Piazzetta Pascoli 75100 Matera





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Cattedrale

Tipologia:
Church




Construction of the Cathedral began in 1203 on the orders of Bishop Andrea and was completed in 1270. Of notable figurative impact, both for the harmony and solemnity of its forms, its façade boasts a splendid Romanesque rose window with sixteen spokes, symbolically representing the wheel of life, and five 16th-century statues attributed to Aurelio Persio, depicting a Madonna and Child, the Saints Peter and Paul, as well as Saint Eustace and his wife, Saint Teopiste, protectors of the city. Its interior has three naves with Romanesque pillars and capitals, with a non-protruding transept and dome at its intersection. The church underwent significant renovations in the second half of the 15th and 16th centuries, a period in which the chapels of the Blessed Sacrament, of the Annunciation and of the Nativity were built. The only elements of the original Romanesque style which remain are its pillars and capitals in local stone. Of particular interest are its figured capitals, with images of the wealthy noblemen of the city who contributed to the construction of the church, one of which is painted. The fresco of the Madonna della Bruna positioned within an altar from 1706 is of considerable importance, with refined marble inlays. Within the other chapel there is the sculpted Nativity scene from 1534, by the Matera artist Altobello Persio. On its counter-façade, next to one of the entrances, there is a wonderful medieval fresco of the Last Judgment, inspired by Dante’s inferno.


Piazza Duomo, 7 75100 Matera





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Tourist reception service by the Oltre l’arte Cooperative




Titolarità:

Purgatorio

Tipologia:
Church, Conference hall, and Exhibition space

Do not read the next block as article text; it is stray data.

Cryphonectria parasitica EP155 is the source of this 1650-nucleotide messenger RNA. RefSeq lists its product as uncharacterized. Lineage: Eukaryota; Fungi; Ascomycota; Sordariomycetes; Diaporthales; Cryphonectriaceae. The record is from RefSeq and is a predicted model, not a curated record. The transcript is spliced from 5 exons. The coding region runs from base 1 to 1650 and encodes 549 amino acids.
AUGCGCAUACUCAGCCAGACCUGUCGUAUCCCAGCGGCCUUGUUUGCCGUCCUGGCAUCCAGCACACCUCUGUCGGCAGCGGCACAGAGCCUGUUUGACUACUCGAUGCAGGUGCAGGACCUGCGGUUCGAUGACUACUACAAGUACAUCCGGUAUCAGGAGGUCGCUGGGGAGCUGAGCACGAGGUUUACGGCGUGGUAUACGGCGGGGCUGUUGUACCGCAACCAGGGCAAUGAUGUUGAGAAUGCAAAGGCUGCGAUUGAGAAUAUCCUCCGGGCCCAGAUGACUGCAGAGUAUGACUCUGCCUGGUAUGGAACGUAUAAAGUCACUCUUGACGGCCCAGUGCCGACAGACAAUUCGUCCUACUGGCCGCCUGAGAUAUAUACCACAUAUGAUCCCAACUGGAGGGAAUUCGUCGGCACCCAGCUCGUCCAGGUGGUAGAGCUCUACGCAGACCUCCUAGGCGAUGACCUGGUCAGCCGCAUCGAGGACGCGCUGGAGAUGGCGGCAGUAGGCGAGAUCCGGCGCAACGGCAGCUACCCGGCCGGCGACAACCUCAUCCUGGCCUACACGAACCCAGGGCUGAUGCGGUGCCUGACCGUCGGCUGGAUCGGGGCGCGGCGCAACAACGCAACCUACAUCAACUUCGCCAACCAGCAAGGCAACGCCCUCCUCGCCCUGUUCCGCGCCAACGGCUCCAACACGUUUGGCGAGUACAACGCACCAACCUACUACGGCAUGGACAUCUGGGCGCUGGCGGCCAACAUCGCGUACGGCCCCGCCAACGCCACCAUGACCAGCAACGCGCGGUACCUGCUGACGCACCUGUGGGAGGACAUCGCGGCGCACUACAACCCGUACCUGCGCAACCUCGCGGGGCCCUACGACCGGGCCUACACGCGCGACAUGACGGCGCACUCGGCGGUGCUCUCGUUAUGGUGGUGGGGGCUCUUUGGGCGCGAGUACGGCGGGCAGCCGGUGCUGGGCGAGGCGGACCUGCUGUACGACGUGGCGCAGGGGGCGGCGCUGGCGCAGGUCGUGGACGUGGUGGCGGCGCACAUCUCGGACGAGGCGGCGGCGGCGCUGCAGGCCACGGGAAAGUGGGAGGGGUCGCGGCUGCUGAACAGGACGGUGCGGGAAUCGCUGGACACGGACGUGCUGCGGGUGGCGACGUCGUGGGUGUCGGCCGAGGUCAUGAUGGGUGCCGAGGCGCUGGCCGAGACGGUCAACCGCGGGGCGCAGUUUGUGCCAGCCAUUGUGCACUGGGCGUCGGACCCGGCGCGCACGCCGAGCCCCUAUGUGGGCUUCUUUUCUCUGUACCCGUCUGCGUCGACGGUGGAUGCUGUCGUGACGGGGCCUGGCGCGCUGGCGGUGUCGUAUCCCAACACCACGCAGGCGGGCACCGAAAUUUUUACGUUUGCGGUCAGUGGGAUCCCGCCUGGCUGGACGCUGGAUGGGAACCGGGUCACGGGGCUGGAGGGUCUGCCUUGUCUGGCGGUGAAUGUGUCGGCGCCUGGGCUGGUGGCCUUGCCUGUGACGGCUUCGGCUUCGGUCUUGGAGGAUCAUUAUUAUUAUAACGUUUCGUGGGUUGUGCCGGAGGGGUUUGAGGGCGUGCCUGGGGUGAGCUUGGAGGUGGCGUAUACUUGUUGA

The church of Purgatory was built between 1726 and 1747 by a Confraternity of shepherds called the “Souls of Purgatory”, whose work was so esteemed and admired by the population, that it was possible to raise the necessary funds to build a church in the renovated Rococo style in the modern urban area, thanks to the donations of the town’s citizens. The façade, characterized by concave and convex surfaces, addresses the theme of death and the transience of earthly life. The church has a central floor-plan with three altars and four pairs of columns in local stone, decorated with faux marble and faux granite, and a wooden dome painted in tempera with the images of the Evangelists and the priests of the Church. The painting over the main altar, by an unknown artist, depicts St. Cajetan praying for the souls in Purgatory. Vito Antonio Conversi’s signature can be observed on the canvas depicting the death of St. Joseph. The canvas of St. Nicholas of Tolentino praying for the souls in Purgatory, can be attributed to the same artist. Finally, there are several paintings by Francesco Oliva, one of which is signed and dated 1785, which tell the story of the Passion of the Christ.


Via Ridola 75100 Matera





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This church is managed by the Oltre l’Arte Cooperative.




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San Francesco d’Assisi

Tipologia:
Church




The original 13th-century church must have been located in a position at a right angle to the current one. Its imposing façade, in Rococo style from 1751, has large windows full of friezes.

Its single nave interior is refined with stucco work from 1756 and numerous 17th-century paintings from the Neapolitan school. On its 17th.century choir, there are nine panels of Venetian art which make up the beautiful polyptych attributed to Lazzaro Bastiani, painted in 1470 with the images of St. Francis of Assisi, St. Paul, a Madonna and Child, St. Peter, St. Anthony of Padua, St. Mary Magdalene, St. Louis of Toulouse, St. Bernard of Siena and St. Catherine of Alessandria. Its flat ceiling, decorated by local artist Vito Epifania in1945  covered the painted wooden trusses from the 14th century. Of particular interest are the polychrome stone statues of a Madonna and Child from 1518 and of St. Anthony from 1520, by Stefano da Putignano.


Piazza San Francesco 75100 Matera